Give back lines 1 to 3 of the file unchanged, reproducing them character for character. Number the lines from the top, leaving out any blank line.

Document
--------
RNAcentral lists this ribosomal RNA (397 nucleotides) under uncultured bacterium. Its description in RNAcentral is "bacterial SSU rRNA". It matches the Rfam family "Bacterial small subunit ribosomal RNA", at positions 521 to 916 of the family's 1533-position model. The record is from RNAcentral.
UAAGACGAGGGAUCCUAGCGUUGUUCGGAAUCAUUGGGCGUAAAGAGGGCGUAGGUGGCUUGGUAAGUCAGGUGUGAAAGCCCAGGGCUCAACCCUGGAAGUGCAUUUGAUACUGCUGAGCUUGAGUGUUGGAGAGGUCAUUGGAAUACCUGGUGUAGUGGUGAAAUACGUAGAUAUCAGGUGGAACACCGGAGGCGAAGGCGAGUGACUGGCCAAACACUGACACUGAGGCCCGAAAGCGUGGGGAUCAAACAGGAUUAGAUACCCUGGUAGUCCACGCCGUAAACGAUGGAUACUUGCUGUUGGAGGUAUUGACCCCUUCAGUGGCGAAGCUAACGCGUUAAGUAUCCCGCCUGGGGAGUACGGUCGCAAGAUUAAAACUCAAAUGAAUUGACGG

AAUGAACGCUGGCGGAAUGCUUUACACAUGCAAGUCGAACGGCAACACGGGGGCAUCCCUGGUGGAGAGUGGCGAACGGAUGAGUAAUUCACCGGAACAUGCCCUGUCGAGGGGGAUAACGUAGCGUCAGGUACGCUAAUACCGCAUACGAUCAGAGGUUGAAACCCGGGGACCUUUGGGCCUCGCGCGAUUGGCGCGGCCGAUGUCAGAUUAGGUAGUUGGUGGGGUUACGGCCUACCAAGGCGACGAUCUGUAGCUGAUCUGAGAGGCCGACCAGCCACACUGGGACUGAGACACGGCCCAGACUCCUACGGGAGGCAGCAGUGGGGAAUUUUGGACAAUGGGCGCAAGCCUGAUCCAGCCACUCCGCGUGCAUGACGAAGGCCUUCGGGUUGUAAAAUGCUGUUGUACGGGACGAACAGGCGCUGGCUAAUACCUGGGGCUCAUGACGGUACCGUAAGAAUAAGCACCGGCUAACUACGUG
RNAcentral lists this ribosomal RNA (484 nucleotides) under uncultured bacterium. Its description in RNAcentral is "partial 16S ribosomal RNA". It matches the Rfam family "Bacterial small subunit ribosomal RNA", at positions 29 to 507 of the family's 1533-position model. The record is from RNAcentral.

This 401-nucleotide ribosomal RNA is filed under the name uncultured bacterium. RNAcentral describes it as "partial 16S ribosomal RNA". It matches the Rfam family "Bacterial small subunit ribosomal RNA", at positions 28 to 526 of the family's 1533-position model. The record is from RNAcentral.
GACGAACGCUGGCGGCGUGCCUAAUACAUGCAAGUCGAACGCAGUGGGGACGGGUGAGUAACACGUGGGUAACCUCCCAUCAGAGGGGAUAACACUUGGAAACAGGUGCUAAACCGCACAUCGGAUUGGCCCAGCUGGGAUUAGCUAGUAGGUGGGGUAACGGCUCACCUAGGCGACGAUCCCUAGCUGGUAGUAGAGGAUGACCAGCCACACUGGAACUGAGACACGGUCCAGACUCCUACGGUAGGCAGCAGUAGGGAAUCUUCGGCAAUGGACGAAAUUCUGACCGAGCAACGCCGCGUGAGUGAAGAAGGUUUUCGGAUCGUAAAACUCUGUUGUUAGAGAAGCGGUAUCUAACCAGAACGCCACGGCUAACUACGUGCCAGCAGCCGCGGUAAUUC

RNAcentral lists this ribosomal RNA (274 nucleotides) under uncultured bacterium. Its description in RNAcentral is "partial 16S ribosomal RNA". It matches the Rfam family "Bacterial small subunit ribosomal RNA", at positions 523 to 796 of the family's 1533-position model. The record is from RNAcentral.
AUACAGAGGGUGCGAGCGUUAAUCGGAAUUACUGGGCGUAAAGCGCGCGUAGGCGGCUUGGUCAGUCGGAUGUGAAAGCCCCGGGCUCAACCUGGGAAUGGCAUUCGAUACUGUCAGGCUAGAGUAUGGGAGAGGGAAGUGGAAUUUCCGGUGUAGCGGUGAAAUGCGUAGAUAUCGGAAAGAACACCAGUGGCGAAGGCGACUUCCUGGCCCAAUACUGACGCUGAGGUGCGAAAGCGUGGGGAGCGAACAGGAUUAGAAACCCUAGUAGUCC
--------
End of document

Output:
RNAcentral lists this ribosomal RNA (397 nucleotides) under uncultured bacterium. Its description in RNAcentral is "bacterial SSU rRNA". It matches the Rfam family "Bacterial small subunit ribosomal RNA", at positions 521 to 916 of the family's 1533-position model. The record is from RNAcentral.
UAAGACGAGGGAUCCUAGCGUUGUUCGGAAUCAUUGGGCGUAAAGAGGGCGUAGGUGGCUUGGUAAGUCAGGUGUGAAAGCCCAGGGCUCAACCCUGGAAGUGCAUUUGAUACUGCUGAGCUUGAGUGUUGGAGAGGUCAUUGGAAUACCUGGUGUAGUGGUGAAAUACGUAGAUAUCAGGUGGAACACCGGAGGCGAAGGCGAGUGACUGGCCAAACACUGACACUGAGGCCCGAAAGCGUGGGGAUCAAACAGGAUUAGAUACCCUGGUAGUCCACGCCGUAAACGAUGGAUACUUGCUGUUGGAGGUAUUGACCCCUUCAGUGGCGAAGCUAACGCGUUAAGUAUCCCGCCUGGGGAGUACGGUCGCAAGAUUAAAACUCAAAUGAAUUGACGG

AAUGAACGCUGGCGGAAUGCUUUACACAUGCAAGUCGAACGGCAACACGGGGGCAUCCCUGGUGGAGAGUGGCGAACGGAUGAGUAAUUCACCGGAACAUGCCCUGUCGAGGGGGAUAACGUAGCGUCAGGUACGCUAAUACCGCAUACGAUCAGAGGUUGAAACCCGGGGACCUUUGGGCCUCGCGCGAUUGGCGCGGCCGAUGUCAGAUUAGGUAGUUGGUGGGGUUACGGCCUACCAAGGCGACGAUCUGUAGCUGAUCUGAGAGGCCGACCAGCCACACUGGGACUGAGACACGGCCCAGACUCCUACGGGAGGCAGCAGUGGGGAAUUUUGGACAAUGGGCGCAAGCCUGAUCCAGCCACUCCGCGUGCAUGACGAAGGCCUUCGGGUUGUAAAAUGCUGUUGUACGGGACGAACAGGCGCUGGCUAAUACCUGGGGCUCAUGACGGUACCGUAAGAAUAAGCACCGGCUAACUACGUG